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Tibon, S. (2009). Using the Rorschach Reality-Fantasy Scale (RFS) for Assessing Mental Functioning in Adults Exposed to Constant Threat of Terror. J. Amer. Psychoanal. Assn., 57(2):461-465.

(2009). Journal of the American Psychoanalytic Association, 57(2):461-465

Using the Rorschach Reality-Fantasy Scale (RFS) for Assessing Mental Functioning in Adults Exposed to Constant Threat of Terror

Shira Tibon

This study uses a new Rorschach index, the Reality-Fantasy Scale (RFS; Tibon, Handelzalts, and Weinberger 2005) for assessing mental functioning in nonpatient adults exposed to constant threat of terror. The RFS operationalizes Winnicott's conceptualization of potential space (1971) as a criterion of mental health. The scale is based on variables derived from the empirically based Rorschach Comprehensive System (CS), the most widely used method for scoring and interpreting the Rorschach (Exner 2003). Following Smith (1990), who interprets Rorschach data in terms of Ogden's model (1985), exploring psychopathological conditions as different forms of collapse of potential space, the RFS applies this model to assessing the capacity for differentiation and integration, a substantial facet of the Profile of Mental Functioning (Axis M) as defined by the Psychodynamic Diagnostic Manual (PDM Task Force 2006).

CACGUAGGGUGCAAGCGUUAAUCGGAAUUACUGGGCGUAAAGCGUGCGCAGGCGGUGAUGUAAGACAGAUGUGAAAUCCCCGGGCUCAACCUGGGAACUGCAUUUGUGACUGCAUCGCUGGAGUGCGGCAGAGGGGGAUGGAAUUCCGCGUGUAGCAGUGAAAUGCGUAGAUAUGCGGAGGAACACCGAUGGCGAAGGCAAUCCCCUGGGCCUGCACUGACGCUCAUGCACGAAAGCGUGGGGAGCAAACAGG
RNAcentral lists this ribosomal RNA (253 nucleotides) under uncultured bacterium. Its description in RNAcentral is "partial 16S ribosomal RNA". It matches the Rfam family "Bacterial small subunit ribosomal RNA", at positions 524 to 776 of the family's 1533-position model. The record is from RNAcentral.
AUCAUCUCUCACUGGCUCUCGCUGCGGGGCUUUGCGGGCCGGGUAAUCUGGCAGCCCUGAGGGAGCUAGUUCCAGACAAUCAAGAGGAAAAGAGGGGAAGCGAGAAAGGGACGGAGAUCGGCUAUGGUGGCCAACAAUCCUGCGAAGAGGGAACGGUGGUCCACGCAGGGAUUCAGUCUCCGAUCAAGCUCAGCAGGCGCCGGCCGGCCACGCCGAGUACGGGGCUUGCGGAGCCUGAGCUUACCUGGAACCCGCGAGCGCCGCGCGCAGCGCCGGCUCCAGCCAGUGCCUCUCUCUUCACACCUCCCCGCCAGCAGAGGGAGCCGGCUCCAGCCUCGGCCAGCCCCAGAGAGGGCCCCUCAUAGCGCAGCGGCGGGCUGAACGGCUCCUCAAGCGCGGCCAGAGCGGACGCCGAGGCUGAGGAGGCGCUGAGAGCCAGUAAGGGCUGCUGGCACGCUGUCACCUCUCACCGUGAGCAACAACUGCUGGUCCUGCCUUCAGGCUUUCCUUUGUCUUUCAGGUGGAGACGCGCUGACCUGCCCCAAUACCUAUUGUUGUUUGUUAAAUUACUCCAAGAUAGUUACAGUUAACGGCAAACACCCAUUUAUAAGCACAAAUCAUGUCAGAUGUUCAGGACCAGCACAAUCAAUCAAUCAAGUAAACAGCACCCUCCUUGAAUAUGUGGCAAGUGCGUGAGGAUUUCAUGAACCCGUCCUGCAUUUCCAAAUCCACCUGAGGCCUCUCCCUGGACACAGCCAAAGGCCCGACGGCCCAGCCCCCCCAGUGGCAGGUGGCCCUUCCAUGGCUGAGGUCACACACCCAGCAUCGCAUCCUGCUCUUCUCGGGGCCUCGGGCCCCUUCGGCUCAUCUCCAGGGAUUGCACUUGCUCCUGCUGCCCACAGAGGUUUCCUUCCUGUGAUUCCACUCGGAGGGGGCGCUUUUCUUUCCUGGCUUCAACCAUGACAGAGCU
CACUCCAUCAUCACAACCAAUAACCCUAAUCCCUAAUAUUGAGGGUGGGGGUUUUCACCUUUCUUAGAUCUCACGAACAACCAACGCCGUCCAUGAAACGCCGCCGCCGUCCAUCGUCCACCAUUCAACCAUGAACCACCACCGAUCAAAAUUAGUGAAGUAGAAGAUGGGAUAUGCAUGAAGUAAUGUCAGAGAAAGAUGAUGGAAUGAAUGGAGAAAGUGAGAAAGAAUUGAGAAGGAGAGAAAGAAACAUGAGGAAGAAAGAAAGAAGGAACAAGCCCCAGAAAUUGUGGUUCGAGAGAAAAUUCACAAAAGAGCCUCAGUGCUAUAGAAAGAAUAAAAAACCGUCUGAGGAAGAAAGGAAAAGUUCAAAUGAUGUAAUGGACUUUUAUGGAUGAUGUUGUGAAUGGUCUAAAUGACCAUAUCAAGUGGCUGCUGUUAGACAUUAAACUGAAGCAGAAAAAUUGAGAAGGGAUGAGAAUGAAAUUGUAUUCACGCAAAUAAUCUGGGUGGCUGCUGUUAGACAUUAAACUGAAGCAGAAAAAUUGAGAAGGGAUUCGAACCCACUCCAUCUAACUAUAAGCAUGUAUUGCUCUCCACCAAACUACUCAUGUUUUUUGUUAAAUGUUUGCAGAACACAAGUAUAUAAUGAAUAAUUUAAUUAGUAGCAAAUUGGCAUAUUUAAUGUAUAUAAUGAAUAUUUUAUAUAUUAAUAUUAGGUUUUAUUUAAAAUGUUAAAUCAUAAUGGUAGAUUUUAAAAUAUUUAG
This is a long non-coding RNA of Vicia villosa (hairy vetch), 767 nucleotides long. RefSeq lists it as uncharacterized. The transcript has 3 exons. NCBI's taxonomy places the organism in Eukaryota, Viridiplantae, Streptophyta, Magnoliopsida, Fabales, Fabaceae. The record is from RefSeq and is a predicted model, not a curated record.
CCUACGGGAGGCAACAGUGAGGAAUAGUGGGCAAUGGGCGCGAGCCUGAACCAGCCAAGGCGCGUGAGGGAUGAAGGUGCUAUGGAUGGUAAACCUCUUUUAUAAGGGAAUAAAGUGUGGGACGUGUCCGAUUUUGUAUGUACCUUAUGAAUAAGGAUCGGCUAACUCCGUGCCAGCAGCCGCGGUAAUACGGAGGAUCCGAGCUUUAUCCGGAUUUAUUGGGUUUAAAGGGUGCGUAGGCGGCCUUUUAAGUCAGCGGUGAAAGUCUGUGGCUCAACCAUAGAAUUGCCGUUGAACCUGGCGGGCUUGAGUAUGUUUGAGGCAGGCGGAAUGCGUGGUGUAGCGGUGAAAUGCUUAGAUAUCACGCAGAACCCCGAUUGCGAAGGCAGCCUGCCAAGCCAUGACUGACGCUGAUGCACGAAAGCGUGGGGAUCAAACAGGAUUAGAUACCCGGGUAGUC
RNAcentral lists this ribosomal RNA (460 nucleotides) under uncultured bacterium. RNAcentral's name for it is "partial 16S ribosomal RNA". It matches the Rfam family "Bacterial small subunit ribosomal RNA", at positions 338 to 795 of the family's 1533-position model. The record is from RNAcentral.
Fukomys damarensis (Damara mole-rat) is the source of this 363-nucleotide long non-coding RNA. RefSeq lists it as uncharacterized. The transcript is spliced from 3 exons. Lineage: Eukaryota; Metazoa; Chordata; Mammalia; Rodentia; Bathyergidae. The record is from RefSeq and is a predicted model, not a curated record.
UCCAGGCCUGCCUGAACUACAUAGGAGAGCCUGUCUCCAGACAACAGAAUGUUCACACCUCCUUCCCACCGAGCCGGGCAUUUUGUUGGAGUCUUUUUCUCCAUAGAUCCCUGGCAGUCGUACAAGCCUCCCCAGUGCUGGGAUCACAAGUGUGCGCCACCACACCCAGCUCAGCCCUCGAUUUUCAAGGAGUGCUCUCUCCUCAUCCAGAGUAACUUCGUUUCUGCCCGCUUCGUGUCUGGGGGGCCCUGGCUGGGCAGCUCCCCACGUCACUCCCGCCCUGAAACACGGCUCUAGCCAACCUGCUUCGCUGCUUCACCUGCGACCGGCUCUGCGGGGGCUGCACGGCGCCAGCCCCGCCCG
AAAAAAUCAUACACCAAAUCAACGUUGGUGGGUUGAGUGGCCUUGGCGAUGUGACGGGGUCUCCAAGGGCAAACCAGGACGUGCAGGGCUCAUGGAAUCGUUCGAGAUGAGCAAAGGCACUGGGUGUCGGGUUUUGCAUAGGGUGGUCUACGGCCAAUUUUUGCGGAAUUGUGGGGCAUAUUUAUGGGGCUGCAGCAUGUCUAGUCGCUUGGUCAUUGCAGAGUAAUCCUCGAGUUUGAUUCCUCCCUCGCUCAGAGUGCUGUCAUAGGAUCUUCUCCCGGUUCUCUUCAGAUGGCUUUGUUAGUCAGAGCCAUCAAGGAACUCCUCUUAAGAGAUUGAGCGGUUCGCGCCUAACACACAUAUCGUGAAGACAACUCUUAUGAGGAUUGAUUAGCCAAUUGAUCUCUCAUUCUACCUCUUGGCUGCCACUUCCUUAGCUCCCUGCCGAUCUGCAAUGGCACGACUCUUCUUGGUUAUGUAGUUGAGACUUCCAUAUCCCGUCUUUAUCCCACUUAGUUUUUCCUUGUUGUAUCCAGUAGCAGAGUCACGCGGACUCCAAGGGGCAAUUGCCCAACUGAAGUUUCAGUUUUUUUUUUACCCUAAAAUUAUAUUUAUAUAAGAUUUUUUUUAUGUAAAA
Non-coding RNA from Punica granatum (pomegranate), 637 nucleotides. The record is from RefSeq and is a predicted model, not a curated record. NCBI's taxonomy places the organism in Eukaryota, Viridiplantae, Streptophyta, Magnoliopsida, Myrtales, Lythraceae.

The RFS suggests viewing the Rorschach task as inviting the subject to enter the intermediate space between reality and fantasy. The ambiguity of the blot and the nature of instructions (What might this be?) create a situation in which subjects are expected to both find and make something out of the blot, keeping an enriching tension between perception of the outer world as represented by the blot and interpretation derived from inner experience. The RFS may therefore be used to assess a person's capacity for differentiation and integration of external and internal experience.

Psychoanalytic thinking conceives the ability to preserve potential space as being closely bound up with one's psychological reactions to external reality. Studies that examine the inner experience of subjects who are in extremely threatening situations — persecution, arrest, deportation, imprisonment — suggest that in these situations external reality is replaced with a constrained, paranoid one devoid of continuity and structure. Consequently, a desymbolizing effect may appear that reduces people's ability to use and understand metaphors. These studies assume the violation of transitional space during physical violence and a confusion of inner and outer worlds as an inevitable consequence of persecution (Schreuder 2001).

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